Only a small number of patients benefit from immune checkpoint blockade (ICB) therapy, and many types of cancer are not responsive to this treatment. Resistance to ICB can arise due to various mechanisms, including inadequate infiltration of lymphocytes into the tumor. This infiltration is influenced by the innate immune system’s capacity to detect and signal the presence of cancer.
Cancer cells use several strategies to suppress the innate immune response, limiting the effectiveness of immunotherapy for tumors that lack immune activity. A thorough understanding of innate immune checkpoints can enhance immunotherapy’s effectiveness for such “cold” tumors.
New Stanford University and Arc Institute research has revealed a better way to predict and improve patient responses. Scientists found a protein called ENPP1 that acts as an on/off switch for breast cancer metastasis. This protein controls breast cancer’s ability to both resist immunotherapy and metastasize.
In this research, scientists demonstrated that ENPP1 is produced by cancer cells and healthy cells in and around tumors. Elevated levels of ENPP1 in patients were associated with resistance to immunotherapy and the development of metastases. The findings from this study could pave the way for developing more effective immunotherapies and aid clinicians in predicting patient responses to existing medications more accurately.
To transform “cold” tumors into “hot” ones, scientists started with cGAMP, a molecule produced when cells undergo DNA damage, often occurring in cancerous cells. Typically, cGAMP triggers an immune response through the STING pathway, potentially making a tumor responsive to immunotherapy.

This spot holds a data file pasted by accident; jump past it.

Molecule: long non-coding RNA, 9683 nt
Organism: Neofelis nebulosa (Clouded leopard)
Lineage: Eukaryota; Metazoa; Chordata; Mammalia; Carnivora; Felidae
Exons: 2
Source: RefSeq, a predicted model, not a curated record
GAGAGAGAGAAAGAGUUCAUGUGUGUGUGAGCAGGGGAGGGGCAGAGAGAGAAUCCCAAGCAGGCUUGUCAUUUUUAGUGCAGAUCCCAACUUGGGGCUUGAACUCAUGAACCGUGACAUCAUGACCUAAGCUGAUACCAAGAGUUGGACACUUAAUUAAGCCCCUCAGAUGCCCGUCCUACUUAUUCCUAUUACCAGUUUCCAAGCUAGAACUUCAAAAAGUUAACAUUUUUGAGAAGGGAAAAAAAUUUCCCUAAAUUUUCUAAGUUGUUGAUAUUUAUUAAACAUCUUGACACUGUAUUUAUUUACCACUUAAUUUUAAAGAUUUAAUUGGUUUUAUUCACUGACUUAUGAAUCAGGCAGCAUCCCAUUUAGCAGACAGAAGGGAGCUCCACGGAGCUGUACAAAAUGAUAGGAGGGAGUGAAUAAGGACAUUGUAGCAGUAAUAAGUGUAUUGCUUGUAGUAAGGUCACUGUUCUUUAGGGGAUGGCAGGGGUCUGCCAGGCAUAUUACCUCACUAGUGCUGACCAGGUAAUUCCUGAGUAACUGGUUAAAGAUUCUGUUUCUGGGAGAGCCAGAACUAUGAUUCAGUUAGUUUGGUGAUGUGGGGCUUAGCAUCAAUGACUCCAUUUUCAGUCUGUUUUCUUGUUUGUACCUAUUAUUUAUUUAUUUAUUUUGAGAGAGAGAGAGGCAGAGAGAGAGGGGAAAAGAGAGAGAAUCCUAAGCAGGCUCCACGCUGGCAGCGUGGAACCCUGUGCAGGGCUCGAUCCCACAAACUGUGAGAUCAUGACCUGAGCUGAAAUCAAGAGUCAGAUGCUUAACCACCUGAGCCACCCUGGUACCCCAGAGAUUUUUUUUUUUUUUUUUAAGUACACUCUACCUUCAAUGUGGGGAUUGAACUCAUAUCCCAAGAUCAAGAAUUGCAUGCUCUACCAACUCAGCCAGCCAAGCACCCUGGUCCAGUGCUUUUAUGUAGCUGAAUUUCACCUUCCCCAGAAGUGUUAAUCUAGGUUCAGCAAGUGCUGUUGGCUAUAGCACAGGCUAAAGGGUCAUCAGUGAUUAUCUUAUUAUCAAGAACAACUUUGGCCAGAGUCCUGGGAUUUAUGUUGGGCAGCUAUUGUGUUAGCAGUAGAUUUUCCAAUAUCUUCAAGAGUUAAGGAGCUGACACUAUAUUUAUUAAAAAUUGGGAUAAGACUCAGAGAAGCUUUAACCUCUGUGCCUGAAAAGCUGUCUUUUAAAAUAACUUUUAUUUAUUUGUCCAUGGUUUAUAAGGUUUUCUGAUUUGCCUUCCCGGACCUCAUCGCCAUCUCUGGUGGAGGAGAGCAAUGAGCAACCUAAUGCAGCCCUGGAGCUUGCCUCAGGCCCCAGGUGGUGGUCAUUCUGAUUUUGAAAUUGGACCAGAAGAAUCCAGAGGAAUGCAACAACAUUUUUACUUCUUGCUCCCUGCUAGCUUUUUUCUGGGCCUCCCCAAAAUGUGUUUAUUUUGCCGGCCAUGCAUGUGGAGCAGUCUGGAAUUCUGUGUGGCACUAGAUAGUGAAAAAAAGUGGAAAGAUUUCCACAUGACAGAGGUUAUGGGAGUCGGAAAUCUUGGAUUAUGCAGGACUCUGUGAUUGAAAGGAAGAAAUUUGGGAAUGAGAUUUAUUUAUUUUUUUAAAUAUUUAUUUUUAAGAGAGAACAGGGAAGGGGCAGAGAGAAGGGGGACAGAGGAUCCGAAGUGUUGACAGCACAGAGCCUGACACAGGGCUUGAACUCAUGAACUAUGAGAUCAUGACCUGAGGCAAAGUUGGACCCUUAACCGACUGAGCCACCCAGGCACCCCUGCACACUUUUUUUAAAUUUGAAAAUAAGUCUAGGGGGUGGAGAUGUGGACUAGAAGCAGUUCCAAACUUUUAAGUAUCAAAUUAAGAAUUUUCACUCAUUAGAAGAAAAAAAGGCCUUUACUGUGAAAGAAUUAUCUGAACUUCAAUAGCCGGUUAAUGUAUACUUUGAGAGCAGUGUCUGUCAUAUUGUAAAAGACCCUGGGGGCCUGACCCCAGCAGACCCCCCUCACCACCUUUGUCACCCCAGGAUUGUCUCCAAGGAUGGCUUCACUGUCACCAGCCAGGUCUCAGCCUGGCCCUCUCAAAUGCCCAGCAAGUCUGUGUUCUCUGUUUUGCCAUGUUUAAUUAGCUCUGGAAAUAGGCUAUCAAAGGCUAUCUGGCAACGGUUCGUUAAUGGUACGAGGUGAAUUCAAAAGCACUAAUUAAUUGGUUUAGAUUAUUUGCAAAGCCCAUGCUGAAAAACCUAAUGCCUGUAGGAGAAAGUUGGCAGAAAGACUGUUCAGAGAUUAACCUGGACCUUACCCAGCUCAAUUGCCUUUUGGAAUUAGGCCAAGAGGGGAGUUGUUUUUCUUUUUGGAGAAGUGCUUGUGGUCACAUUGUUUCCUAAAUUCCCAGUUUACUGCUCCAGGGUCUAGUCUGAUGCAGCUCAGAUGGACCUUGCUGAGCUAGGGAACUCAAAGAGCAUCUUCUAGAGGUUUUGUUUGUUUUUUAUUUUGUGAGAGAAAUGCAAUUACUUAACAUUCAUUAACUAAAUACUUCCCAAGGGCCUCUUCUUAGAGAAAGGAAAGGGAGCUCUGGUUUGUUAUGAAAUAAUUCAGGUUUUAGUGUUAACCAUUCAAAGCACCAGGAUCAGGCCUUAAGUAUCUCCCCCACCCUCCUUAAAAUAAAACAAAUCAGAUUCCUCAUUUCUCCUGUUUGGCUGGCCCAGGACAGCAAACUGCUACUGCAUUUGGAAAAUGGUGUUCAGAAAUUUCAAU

However, ENPP1, a protein, can degrade cGAMP outside the cells, preventing it from activating an immune response. This action of ENPP1 contributes to keeping tumors “cold.”
Although high levels of ENPP1 are linked to poor prognosis in various cancers, the protein has multiple bodily functions. Researchers aimed to determine if its ability to degrade cGAMP is the crucial factor behind its clinical significance.
Lingyin Li, associate professor of biochemistry at Stanford and Arc Core Investigator, collaborated with two professors at the University of California, San Francisco: Hani Goodarzi, also an incoming Arc Institute Core Investigator, and Laura Van’t Veer, a clinician who leads the I-SPY 2 Trial, a groundbreaking breast cancer trial.
ENPP1 levels naturally differ among individuals. The researchers analyzed data from patients in the I-SPY 2 Trial to observe how responses to pembrolizumab varied based on ENPP1 levels at the time of diagnosis.
The findings were remarkable. Patients with high ENPP1 levels showed a low response to pembrolizumab and an increased likelihood of metastases. Conversely, those with low ENPP1 levels had a heightened response to pembrolizumab and no metastases. ENPP1 predicted the response to immunotherapy and the possibility of relapse.
This revealed two critical insights: ENPP1 plays a crucial role in metastasis, not just in primary tumors, and researchers should examine ENPP1 in healthy cells, not just cancer cells.
Songnan Wang, an MD-PhD student in biochemistry, Arc researcher, and first author on the paper, said, “Using the finest molecular scalpels developed in our lab, I was excited to dig deeper and figure out exactly how ENPP1 has such a dramatic influence on clinical outcomes.”
In studies with mice, when scientists removed ENPP1 or its ability to chew up cGAMP in both standard and cancer cells, they observed the same outcome: reduced tumor growth and fewer metastases. The team discovered that this was directly linked to suppressing the STING pathway. In simpler terms, they found a switch to turn this process on or off.
Li said, “For cancers to stop the immune system from detecting them, they must build dams that block the signal from flowing. We have shown that ENPP1 acts like a big dam at the top of the waterfall.”
Clinicians can use ENPP1 levels to improve treatment decisions for breast cancer patients. Additionally, drugs designed to block ENPP1’s activity could enhance the effectiveness of existing therapies. Notably, there are already several ENPP1 inhibitors in clinical development.
Li said, “While this work focused on breast cancer, ENPP1 plays a critical role in other kinds of “cold” tumors.”
“I hope to inspire clinicians who treat cancers – including lung cancer, glioblastoma, and pancreatic cancer – to investigate ENPP1’s role in patient outcomes.”